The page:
Journal Entry: The Journal Entry payment type is used to reflect/record a payment that was posted or receipted outside of Accela, such as receipted to a financial software. This payment type is only used to reflect payments made outside of Accela such as with a case where you need to demonstrate that a deposit payment was made to the City/County cashier and receipted in the agency financial system directly. You would process a payment type of Journal Entry for the external payment amount - in the Payer field you will type “Journal Entry Payment” and in the Payment Comment, and as best practice, you would include a brief comment that the payment was made in an external system, the reason, the receipt number from the other system, the payment method, the date posted, and any sort of approval code or check number.
This payment type effectively demonstrates that an external payment was made, and does not show up on your cash balancing and revenue reports as a result of it not being revenue posted in Accela. Important note: You cannot process a refund on this payment type as it is just a reflection of a payment made outside of Accela, the payment would have to be refunded in the external system it was posted in.
Restore Payment: The Restore Payment payment type is used to restore a payment transaction to a record where the payment was voided in error. This payment is only used to restore payments voided in error as the monies were already deposited on a prior date/year/fiscal cycle such as with a 6-month old payment that was accidentally voided today. You would process a payment type of Restore Payment for the voided payment amount – in the Payer field you will type “Restore Payment” and in the Payment Comment, as best practice, you would include a brief comment that a payment was voided in error and is only being restored, and reference information to the original ‘voided’ payment including original receipt #, payment method, payor, and original posting date.
This payment type effectively restores the original payment, although on current date, and does not show up on your cash balancing and revenue reports as a result of it not being “new” or current revenue. Important note: Restore Payment should only be used to restore ‘Cash’, ‘Check’, ’Credit Card’, ‘Fund Transfer’, ‘Internal Transfer’ and ‘Refund Check’ payment types. Using it to restore other exceptional payment types to include ‘Credit Memo’, ‘Fee Waiver’, ‘Write Off’ and ‘Billed’ will not appear correctly on reports and cause financial issues.
Billed: details about this payment type are outlined in the article “How to Use the ‘Billed’ Payment Method” on Page 3. Additionally, this exceptional payment type requires the agency to track these closely and re-invoice the customer up and until the fee is actually paid. Generally there is a due date given in these cases. Permits should never go to Final with a Billed payment type still active – this would mean your agency never received actual revenue/cash payment for the completed work.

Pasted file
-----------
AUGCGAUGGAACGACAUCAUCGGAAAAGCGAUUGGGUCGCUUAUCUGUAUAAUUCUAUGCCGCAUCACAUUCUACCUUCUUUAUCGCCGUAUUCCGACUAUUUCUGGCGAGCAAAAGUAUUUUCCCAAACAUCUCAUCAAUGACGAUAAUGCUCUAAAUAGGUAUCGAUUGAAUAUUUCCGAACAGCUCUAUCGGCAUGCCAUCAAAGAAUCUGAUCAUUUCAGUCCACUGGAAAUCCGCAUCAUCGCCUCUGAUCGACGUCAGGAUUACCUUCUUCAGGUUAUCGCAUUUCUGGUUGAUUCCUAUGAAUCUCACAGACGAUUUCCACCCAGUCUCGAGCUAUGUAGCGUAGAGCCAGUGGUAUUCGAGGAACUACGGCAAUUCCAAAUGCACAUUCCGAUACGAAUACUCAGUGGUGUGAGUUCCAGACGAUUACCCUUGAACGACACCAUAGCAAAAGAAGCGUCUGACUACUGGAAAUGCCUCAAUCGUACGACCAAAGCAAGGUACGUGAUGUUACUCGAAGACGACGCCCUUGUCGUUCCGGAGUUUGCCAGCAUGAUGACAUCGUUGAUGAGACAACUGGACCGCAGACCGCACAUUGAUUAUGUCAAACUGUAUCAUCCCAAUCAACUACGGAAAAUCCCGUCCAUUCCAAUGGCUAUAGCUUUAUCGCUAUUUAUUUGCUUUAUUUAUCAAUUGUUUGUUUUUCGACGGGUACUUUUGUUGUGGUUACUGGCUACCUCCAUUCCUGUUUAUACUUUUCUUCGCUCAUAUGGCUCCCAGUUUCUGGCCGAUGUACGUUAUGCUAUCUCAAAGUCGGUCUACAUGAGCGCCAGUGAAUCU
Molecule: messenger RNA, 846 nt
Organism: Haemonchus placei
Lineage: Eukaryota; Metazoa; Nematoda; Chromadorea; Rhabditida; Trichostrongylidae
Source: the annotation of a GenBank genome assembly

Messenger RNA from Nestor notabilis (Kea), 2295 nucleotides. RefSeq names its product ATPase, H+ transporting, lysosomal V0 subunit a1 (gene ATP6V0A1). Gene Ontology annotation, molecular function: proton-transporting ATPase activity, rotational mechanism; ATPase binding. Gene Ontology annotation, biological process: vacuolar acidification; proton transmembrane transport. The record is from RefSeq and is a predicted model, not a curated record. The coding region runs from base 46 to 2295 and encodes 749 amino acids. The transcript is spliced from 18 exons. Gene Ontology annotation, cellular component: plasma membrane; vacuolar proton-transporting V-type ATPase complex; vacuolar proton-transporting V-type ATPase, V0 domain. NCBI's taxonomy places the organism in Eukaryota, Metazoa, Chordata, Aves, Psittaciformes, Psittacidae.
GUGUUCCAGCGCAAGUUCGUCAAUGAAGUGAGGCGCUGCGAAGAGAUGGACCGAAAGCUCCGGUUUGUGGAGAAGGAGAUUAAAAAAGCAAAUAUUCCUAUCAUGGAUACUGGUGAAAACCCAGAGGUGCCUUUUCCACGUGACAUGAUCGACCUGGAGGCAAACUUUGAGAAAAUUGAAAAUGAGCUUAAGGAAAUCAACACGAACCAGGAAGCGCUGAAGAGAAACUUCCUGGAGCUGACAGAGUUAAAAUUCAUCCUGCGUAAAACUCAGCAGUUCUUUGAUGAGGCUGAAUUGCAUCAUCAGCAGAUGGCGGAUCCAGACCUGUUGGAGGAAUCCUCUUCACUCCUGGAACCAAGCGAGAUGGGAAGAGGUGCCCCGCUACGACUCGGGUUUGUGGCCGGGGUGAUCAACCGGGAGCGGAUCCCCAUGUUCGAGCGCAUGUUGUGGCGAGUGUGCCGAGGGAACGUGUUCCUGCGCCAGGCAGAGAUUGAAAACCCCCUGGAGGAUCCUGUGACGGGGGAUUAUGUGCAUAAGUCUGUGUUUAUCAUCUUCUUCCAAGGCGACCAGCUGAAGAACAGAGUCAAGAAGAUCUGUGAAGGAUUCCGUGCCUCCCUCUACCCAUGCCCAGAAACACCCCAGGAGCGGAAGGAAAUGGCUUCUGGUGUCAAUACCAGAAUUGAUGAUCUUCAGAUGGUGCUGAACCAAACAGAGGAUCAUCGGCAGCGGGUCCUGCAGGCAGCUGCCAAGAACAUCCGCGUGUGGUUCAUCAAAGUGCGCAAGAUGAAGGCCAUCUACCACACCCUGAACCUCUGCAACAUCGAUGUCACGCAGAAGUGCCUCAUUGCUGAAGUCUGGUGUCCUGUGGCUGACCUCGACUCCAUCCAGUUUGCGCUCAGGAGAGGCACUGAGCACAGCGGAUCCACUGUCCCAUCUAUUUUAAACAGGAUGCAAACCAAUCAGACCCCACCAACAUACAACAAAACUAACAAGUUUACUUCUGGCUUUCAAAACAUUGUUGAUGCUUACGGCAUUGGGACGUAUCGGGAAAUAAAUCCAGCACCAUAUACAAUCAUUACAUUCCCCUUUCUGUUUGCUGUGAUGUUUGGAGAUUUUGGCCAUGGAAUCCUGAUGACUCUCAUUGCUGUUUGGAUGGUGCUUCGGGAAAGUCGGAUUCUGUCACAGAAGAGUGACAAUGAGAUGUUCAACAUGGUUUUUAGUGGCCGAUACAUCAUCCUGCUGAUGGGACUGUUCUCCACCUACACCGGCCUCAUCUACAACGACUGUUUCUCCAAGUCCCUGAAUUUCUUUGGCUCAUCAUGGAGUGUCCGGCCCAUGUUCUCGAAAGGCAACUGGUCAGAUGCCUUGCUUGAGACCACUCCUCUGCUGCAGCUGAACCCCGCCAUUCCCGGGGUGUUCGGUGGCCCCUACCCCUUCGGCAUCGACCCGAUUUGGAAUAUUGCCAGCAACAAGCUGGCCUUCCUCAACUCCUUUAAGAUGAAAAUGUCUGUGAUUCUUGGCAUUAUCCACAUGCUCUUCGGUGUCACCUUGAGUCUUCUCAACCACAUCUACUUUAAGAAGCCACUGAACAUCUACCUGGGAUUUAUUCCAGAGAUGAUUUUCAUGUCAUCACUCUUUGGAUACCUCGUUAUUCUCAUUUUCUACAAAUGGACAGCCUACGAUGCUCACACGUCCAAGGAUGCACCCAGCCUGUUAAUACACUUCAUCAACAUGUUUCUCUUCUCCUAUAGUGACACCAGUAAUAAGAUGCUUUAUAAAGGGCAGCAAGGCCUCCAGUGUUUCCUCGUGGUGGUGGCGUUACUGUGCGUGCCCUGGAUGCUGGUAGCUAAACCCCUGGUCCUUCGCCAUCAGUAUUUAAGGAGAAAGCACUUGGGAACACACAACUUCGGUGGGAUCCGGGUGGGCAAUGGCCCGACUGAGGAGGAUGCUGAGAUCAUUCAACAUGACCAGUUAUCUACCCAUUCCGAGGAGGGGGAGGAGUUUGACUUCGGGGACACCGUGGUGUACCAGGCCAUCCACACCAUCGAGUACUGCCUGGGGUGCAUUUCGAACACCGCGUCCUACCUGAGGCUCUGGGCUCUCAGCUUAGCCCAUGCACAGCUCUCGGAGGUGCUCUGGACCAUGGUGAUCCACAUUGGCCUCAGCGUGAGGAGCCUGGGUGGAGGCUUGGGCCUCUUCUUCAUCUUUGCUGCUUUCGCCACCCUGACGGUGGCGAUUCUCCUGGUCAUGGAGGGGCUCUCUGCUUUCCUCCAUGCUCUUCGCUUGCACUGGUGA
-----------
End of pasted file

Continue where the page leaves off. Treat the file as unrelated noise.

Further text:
None of these exceptional payment types appear in your nightly batch as they are not actual revenue, not money, therefore they are not included in any balancing reports since they are not CASH. On this note, it is important to always be cautious to never incidentally refund any of these as they were never money. There is a dedicated report for monitoring these called “Revenue Exceptions” – this should be run weekly at a minimum to be sure these are being applied as per business rules and resolved as in the case of Billed payments. If you have further questions on how to use these or when, please submit a ticket to epermitshelp.BCD@oregon.gov.
The ‘Billed’ payment method was created to allow the agency to indicate that the customer will receive an invoice or bill and the permit will be allowed to advance through the workflow regardless of when actual funds are received. This is the decision of the issuing agency and the responsibility to track of the issuing agency.
If the building department receives payments for the bills or billed invoices, when the CASH (cash/check/credit card) payment is received, the ‘Billed’ payment should be voided and the new payment having a payment method of ‘Cash’, ‘Check’, or ‘Credit Card’ should be recorded and applied to the fees that were previously billed. Using ‘Cash’, ‘Check’, or ‘Credit Card’ will enable the deposit slip or payments received reports to match the actual funds taken in as well as enabling the payment applied information to be included in the nightly Financial Batch.
The ‘Billed’ payment method is NOT included in State Surcharge reporting. Only CASH payments are included in the State Surcharge reporting, therefore it is imperative that the agency follow through with collection of CASH payment prior to final or closing the record.
If the finance or treasurer’s department receives payments for the bills or billed invoices and records the payment in a separate system from ePermitting, once the building department is notified that payment has been received, building department staff should void the ‘Billed’ payment in ePermitting and record the payment made through the other system (department) using the ‘Journal Entry’ payment method. Using the ‘Journal Entry’ payment method does not affect the nightly Financial Batch, the Deposit Slip or Payments Received reports.
Please be aware that this content is relevant at the time it is published, but as time goes on may become out-of-date. We will do our best to keep the content alive and relevant.